Royals Hire Tom Emanski To Teach Them Fundamentals Of Baseball

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Royals Hire Tom Emanski To Teach Them Fundamentals Of Baseball

KANSAS CITY—With their offense floundering, their pitching the league's worst, and their footwork on double-play balls atrocious, the Royals (12-37) announced Sunday that former youth-baseball coach and instructional-videotape producer Tom Emanski would join the team in a specially created fundamentals-coaching role, designed to help the Royals get back to basics and start playing winning baseball the Tom Emanski way.

Royals outfielders before they started practicing Tom Emanski's patented "Call Off Drill."

Royals owner David Glass reportedly contacted Emanski after watching his team suffer an embarrassing 15-4 loss against the Yankees on Saturday. After viewing tapes of this and past games, and noting that his players were displaying poor mechanics in the second phase of their relay throws, were failing to execute the "call the cutoff" play, and were not hitting the baseball, Glass immediately hired Emanski—the man whose patented practice techniques once produced back-to-back-to-back AAU national champions—in what analysts are calling a last-ditch effort to turn the Royals season around.

"From everything I've heard, Mr. Emanski sounds like a wonderful asset for any team—a must-have for players and coaches alike," Glass said as he observed his players sitting in a circle and rolling baseballs to one another, an exercise Emanski says "fosters teamwork and teaches players how to field ground balls"—two of the many basic skills that have been noticeably absent from the Royals 2006 season.

"Tom has a proven track record at molding young, inexperienced athletes into major-league-caliber baseball players," Glass added. "I'm just hoping he can do the same with our Kansas City Royals."

Emanski said he welcomed the challenge of working with the Royals, and vowed that, if the players follow his revolutionary training methods, he will be able to add 6 mph of arm strength to each starting pitcher in five weeks, cut down on the team's mental errors, and "take the mystery out of hitting."

"The first thing I did after Sunday's game was gather the players and ask all 25 of them what each one thinks is the most important part of baseball, and an astounding 21 of them said 'hitting home runs,' including seven pitchers," said Emanski, who stressed to them that "defense wins ballgames." "The second thing I did was line them up against the fence and hit sharp line drives at them from 20 feet away to improve their reaction time."

"It's called the Missile Drill," Emanski added. "Builds team character."

Before Monday's game, Emanski taught the Kansas City infielders and outfielders how to properly throw a baseball, outlining the three main steps to making strong, accurate throws—the "stride and set," the "90-degree hip swivel," and the "full, fluid follow-through."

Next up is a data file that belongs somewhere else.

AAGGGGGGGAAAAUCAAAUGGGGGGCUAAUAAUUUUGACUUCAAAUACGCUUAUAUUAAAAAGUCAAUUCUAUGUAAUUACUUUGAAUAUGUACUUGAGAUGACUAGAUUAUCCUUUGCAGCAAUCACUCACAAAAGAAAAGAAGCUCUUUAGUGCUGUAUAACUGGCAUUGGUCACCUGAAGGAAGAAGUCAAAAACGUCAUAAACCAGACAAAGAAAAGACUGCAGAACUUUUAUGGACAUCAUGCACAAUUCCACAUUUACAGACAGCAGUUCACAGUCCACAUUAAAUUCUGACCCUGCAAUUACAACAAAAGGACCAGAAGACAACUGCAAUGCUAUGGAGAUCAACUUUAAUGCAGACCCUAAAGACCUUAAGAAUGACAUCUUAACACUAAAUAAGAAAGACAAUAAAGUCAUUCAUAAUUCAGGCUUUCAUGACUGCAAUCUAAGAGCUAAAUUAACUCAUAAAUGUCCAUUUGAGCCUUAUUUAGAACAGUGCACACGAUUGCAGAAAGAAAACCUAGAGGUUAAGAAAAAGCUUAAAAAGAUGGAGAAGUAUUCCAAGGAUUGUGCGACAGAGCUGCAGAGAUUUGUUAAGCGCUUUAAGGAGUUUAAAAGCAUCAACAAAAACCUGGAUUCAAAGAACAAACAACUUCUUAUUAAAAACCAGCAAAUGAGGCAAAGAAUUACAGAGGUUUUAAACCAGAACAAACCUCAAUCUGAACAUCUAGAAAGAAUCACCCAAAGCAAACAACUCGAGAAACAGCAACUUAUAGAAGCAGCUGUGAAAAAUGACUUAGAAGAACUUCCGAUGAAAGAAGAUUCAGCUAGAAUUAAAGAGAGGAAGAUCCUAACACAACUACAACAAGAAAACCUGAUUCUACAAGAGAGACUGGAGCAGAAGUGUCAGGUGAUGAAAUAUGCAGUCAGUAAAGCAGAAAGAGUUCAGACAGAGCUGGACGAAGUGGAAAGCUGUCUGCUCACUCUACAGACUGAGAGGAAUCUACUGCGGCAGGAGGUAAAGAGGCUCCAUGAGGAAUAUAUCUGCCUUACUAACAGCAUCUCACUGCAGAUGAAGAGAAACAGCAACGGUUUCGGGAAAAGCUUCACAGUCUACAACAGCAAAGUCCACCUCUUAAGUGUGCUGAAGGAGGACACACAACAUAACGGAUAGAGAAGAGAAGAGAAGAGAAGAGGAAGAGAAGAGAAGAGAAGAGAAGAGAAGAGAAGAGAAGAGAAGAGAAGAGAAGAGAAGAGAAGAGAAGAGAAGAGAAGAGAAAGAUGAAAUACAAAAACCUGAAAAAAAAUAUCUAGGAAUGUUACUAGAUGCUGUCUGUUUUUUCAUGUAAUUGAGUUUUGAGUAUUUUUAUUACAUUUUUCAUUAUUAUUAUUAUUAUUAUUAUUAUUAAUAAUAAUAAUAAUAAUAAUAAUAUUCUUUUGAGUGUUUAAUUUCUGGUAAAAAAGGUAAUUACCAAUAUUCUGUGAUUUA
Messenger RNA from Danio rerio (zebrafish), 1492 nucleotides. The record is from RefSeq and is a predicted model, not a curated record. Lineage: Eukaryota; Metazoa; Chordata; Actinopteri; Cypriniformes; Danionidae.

"It was a little rough going for some of the guys, but we're taking it slow," Emanski said. "I think now it might be time to let up a little bit and switch gears into 'Encouragement Mode' for a few games to get their confidence back up."

"Coach Emanski taught me that, when I'm fielding the ground ball, I should stay down, stick my butt out, and count the hops," said shortstop Angel Berroa, explaining the method Emanski designed to help Little Leaguers and Royals infielders watch the ball all the way into their glove. "Once Coach Emanski also taught me how to count, the technique worked out great."

Although most players are reportedly "learning a lot" from Emanski, claiming his methods are "fun, educational, and make good baseball sense," some of the Royals veterans are resistant to throwing away everything they know about baseball in order to be taught these new fundamentals.

"I don't see how trying to throw balls into a metal garbage can laid out behind home plate is going to help my defense," said Royals right fielder Reggie Sanders, who has yet to record a single outfield assist since July 12, 2005. "Tom says it will be more rewarding once I start actually getting the throws to go into the cans, but I'm beginning to think that it's impossible."

"I'm not going to stand around hitting off a kid's tee—I'm a professional baseball player," said Royals first-baseman and No. 3 hitter Doug Mientkiewicz, who is batting .258 on the season with one home run and 14 RBI. "This is an insult."

The afternoon after speaking to reporters, Mientkiewicz lost his temper during B.P. and swung as hard as he could, missing the ball completely but creating enough of a breeze to gently knock the ball off its stand. Emanski had to restrain him from angrily swinging his bat at the tee in an attempt to break it, and told Mientkiewicz to take a lap around the field to calm down.

"In this game, attitude is key," Emanski said. "Some of the guys get angry or upset when we're doing Greenie Board Batting Practice, in which I give each player five swings, and I rate each swing on a zero-to-four scale. But I believe this is the only way they'll ever learn to swing through the ball."

"Of course, even if you master all the fundamental drills—the Bare Hand Drill, Soft Toss Creep, 'V' Drill, 'X' Drill, and Rocket Relay—there is still the issue of talent," Emanski added. "I'm no miracle worker. But, with a lot of hard work and a little luck, I truly believe that a few of these Royals will someday have the skills you need to play in the major leagues."


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